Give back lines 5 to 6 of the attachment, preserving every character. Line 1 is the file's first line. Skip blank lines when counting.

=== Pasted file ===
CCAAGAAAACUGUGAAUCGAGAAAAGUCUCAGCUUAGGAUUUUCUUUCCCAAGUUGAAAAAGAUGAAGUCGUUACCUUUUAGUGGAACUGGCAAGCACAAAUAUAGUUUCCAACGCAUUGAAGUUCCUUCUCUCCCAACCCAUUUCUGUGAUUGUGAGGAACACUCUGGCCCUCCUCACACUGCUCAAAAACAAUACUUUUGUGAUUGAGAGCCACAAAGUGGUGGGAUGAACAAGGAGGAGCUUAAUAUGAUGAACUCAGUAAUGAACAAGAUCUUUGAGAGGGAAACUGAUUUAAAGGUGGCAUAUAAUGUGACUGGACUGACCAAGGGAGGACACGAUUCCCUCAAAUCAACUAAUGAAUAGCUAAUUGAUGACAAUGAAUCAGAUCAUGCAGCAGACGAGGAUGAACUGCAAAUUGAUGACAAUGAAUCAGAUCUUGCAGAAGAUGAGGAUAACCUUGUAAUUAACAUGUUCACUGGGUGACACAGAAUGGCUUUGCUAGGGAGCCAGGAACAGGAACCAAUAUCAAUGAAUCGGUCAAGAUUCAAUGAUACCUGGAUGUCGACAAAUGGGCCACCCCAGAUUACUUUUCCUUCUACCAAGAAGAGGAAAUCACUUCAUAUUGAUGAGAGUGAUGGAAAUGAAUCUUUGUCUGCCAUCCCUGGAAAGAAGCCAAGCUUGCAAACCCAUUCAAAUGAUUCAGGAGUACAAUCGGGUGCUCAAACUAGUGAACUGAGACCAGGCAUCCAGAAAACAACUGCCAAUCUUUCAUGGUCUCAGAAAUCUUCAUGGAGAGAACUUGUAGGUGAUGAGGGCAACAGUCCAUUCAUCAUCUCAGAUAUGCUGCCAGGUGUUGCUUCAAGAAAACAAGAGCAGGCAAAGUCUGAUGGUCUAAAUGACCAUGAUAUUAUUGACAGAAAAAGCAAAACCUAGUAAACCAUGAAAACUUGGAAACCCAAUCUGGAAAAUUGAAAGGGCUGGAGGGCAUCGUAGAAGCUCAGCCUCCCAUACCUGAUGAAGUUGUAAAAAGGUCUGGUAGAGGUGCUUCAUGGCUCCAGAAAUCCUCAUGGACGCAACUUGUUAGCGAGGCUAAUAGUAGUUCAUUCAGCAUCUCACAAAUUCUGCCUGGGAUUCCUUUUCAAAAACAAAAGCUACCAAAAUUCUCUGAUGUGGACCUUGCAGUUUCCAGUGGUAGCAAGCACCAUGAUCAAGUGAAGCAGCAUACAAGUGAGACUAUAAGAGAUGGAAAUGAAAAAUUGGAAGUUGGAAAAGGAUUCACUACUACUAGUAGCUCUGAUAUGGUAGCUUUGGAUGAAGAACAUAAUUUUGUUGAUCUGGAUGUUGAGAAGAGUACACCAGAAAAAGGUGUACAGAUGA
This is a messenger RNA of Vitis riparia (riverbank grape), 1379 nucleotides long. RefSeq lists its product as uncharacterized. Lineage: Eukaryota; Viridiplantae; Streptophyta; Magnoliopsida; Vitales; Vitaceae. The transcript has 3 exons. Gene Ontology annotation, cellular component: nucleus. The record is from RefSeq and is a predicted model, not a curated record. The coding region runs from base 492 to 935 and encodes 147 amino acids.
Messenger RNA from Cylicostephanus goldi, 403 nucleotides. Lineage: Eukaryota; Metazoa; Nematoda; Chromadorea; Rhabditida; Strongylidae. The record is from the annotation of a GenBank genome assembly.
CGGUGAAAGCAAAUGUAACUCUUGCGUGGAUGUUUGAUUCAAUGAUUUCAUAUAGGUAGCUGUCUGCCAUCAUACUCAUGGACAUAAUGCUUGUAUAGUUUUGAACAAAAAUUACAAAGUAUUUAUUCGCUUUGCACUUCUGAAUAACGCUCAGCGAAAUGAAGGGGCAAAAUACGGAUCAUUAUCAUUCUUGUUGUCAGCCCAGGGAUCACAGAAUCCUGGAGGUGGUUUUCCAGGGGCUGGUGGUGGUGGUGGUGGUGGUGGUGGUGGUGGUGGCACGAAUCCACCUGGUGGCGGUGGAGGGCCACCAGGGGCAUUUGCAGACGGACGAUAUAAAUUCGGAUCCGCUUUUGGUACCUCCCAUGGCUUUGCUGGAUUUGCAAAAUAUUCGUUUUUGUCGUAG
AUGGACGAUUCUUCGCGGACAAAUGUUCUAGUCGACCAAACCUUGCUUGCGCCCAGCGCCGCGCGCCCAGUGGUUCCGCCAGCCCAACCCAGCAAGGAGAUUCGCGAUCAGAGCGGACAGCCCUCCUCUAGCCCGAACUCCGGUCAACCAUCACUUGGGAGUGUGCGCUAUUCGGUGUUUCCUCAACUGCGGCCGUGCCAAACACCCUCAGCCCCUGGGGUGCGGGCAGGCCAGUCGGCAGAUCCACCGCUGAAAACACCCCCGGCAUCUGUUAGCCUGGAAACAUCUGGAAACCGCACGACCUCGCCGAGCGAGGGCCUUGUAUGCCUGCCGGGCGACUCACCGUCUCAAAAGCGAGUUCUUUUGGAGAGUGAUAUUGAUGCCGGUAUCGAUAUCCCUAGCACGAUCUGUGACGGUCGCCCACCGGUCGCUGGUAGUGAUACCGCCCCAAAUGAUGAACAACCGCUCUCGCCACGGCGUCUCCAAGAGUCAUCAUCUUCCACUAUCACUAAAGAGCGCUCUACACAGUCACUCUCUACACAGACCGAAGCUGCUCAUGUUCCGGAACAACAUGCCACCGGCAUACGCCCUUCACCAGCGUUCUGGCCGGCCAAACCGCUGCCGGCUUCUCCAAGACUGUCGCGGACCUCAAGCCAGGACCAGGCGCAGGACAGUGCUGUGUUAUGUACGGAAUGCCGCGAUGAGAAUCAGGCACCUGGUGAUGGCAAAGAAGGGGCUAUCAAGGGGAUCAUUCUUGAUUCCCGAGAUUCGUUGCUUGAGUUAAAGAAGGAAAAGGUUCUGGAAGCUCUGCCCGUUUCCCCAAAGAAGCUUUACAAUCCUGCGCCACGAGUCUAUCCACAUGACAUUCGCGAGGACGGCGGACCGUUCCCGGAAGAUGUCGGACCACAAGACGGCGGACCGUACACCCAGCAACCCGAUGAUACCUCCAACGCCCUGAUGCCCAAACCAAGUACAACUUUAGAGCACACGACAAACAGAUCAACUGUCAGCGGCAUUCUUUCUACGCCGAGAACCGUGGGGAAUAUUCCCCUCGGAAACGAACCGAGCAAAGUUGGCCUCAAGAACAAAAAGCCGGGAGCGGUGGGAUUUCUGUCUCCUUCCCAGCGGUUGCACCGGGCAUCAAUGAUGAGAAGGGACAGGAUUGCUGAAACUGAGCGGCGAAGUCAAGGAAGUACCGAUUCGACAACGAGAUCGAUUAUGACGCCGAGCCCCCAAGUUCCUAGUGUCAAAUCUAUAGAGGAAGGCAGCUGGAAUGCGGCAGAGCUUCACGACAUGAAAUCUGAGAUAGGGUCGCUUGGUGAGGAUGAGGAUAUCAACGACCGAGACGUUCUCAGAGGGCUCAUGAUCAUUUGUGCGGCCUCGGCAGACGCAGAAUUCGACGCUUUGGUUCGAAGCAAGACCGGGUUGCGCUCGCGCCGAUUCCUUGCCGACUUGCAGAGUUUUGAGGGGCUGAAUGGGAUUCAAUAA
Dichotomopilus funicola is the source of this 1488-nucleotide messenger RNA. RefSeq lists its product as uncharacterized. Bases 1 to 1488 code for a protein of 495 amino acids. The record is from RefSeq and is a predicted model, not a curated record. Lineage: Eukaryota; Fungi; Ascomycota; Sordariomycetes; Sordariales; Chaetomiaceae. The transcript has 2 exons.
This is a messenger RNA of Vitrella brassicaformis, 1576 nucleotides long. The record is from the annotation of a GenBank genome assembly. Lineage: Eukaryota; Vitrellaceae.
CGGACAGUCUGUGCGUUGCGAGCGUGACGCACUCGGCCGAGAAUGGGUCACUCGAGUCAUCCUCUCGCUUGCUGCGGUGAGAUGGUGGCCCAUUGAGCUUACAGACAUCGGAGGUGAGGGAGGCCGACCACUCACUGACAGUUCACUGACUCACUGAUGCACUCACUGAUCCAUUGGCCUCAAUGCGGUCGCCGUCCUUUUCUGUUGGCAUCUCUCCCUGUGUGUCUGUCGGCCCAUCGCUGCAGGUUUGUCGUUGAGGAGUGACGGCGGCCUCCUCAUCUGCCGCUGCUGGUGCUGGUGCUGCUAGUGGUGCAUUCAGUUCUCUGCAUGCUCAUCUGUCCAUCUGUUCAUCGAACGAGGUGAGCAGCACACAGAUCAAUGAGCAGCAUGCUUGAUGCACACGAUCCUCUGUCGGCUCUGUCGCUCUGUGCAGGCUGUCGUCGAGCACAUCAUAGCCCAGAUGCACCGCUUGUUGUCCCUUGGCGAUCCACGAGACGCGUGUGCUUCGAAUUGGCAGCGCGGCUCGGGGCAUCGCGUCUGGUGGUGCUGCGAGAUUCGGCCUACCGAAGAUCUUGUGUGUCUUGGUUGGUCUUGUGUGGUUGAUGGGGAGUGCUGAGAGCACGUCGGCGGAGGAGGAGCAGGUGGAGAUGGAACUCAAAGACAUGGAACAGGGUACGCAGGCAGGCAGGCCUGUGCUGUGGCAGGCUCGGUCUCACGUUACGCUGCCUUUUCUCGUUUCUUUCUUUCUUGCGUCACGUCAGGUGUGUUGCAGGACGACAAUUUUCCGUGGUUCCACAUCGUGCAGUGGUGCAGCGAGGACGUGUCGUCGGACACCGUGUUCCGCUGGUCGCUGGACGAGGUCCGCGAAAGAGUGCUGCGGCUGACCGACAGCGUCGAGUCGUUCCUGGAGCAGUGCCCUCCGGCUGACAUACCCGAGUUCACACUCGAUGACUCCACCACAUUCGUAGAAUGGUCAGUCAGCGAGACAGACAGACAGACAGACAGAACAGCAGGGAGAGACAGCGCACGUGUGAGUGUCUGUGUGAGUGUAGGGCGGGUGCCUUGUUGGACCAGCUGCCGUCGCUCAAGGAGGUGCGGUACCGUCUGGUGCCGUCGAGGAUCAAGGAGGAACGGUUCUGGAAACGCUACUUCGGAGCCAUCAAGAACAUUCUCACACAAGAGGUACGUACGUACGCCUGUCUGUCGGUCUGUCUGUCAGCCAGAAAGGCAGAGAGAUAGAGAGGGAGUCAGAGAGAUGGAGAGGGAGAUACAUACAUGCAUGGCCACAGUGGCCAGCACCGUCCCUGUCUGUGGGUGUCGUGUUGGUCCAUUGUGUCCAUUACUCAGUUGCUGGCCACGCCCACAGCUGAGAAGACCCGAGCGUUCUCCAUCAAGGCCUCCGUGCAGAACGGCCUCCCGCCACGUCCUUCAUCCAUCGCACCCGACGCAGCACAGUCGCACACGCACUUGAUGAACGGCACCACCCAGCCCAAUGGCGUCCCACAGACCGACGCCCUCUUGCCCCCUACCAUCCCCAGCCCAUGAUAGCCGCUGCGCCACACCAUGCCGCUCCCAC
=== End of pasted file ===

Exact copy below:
AUGGACGAUUCUUCGCGGACAAAUGUUCUAGUCGACCAAACCUUGCUUGCGCCCAGCGCCGCGCGCCCAGUGGUUCCGCCAGCCCAACCCAGCAAGGAGAUUCGCGAUCAGAGCGGACAGCCCUCCUCUAGCCCGAACUCCGGUCAACCAUCACUUGGGAGUGUGCGCUAUUCGGUGUUUCCUCAACUGCGGCCGUGCCAAACACCCUCAGCCCCUGGGGUGCGGGCAGGCCAGUCGGCAGAUCCACCGCUGAAAACACCCCCGGCAUCUGUUAGCCUGGAAACAUCUGGAAACCGCACGACCUCGCCGAGCGAGGGCCUUGUAUGCCUGCCGGGCGACUCACCGUCUCAAAAGCGAGUUCUUUUGGAGAGUGAUAUUGAUGCCGGUAUCGAUAUCCCUAGCACGAUCUGUGACGGUCGCCCACCGGUCGCUGGUAGUGAUACCGCCCCAAAUGAUGAACAACCGCUCUCGCCACGGCGUCUCCAAGAGUCAUCAUCUUCCACUAUCACUAAAGAGCGCUCUACACAGUCACUCUCUACACAGACCGAAGCUGCUCAUGUUCCGGAACAACAUGCCACCGGCAUACGCCCUUCACCAGCGUUCUGGCCGGCCAAACCGCUGCCGGCUUCUCCAAGACUGUCGCGGACCUCAAGCCAGGACCAGGCGCAGGACAGUGCUGUGUUAUGUACGGAAUGCCGCGAUGAGAAUCAGGCACCUGGUGAUGGCAAAGAAGGGGCUAUCAAGGGGAUCAUUCUUGAUUCCCGAGAUUCGUUGCUUGAGUUAAAGAAGGAAAAGGUUCUGGAAGCUCUGCCCGUUUCCCCAAAGAAGCUUUACAAUCCUGCGCCACGAGUCUAUCCACAUGACAUUCGCGAGGACGGCGGACCGUUCCCGGAAGAUGUCGGACCACAAGACGGCGGACCGUACACCCAGCAACCCGAUGAUACCUCCAACGCCCUGAUGCCCAAACCAAGUACAACUUUAGAGCACACGACAAACAGAUCAACUGUCAGCGGCAUUCUUUCUACGCCGAGAACCGUGGGGAAUAUUCCCCUCGGAAACGAACCGAGCAAAGUUGGCCUCAAGAACAAAAAGCCGGGAGCGGUGGGAUUUCUGUCUCCUUCCCAGCGGUUGCACCGGGCAUCAAUGAUGAGAAGGGACAGGAUUGCUGAAACUGAGCGGCGAAGUCAAGGAAGUACCGAUUCGACAACGAGAUCGAUUAUGACGCCGAGCCCCCAAGUUCCUAGUGUCAAAUCUAUAGAGGAAGGCAGCUGGAAUGCGGCAGAGCUUCACGACAUGAAAUCUGAGAUAGGGUCGCUUGGUGAGGAUGAGGAUAUCAACGACCGAGACGUUCUCAGAGGGCUCAUGAUCAUUUGUGCGGCCUCGGCAGACGCAGAAUUCGACGCUUUGGUUCGAAGCAAGACCGGGUUGCGCUCGCGCCGAUUCCUUGCCGACUUGCAGAGUUUUGAGGGGCUGAAUGGGAUUCAAUAA
Dichotomopilus funicola is the source of this 1488-nucleotide messenger RNA. RefSeq lists its product as uncharacterized. Bases 1 to 1488 code for a protein of 495 amino acids. The record is from RefSeq and is a predicted model, not a curated record. Lineage: Eukaryota; Fungi; Ascomycota; Sordariomycetes; Sordariales; Chaetomiaceae. The transcript has 2 exons.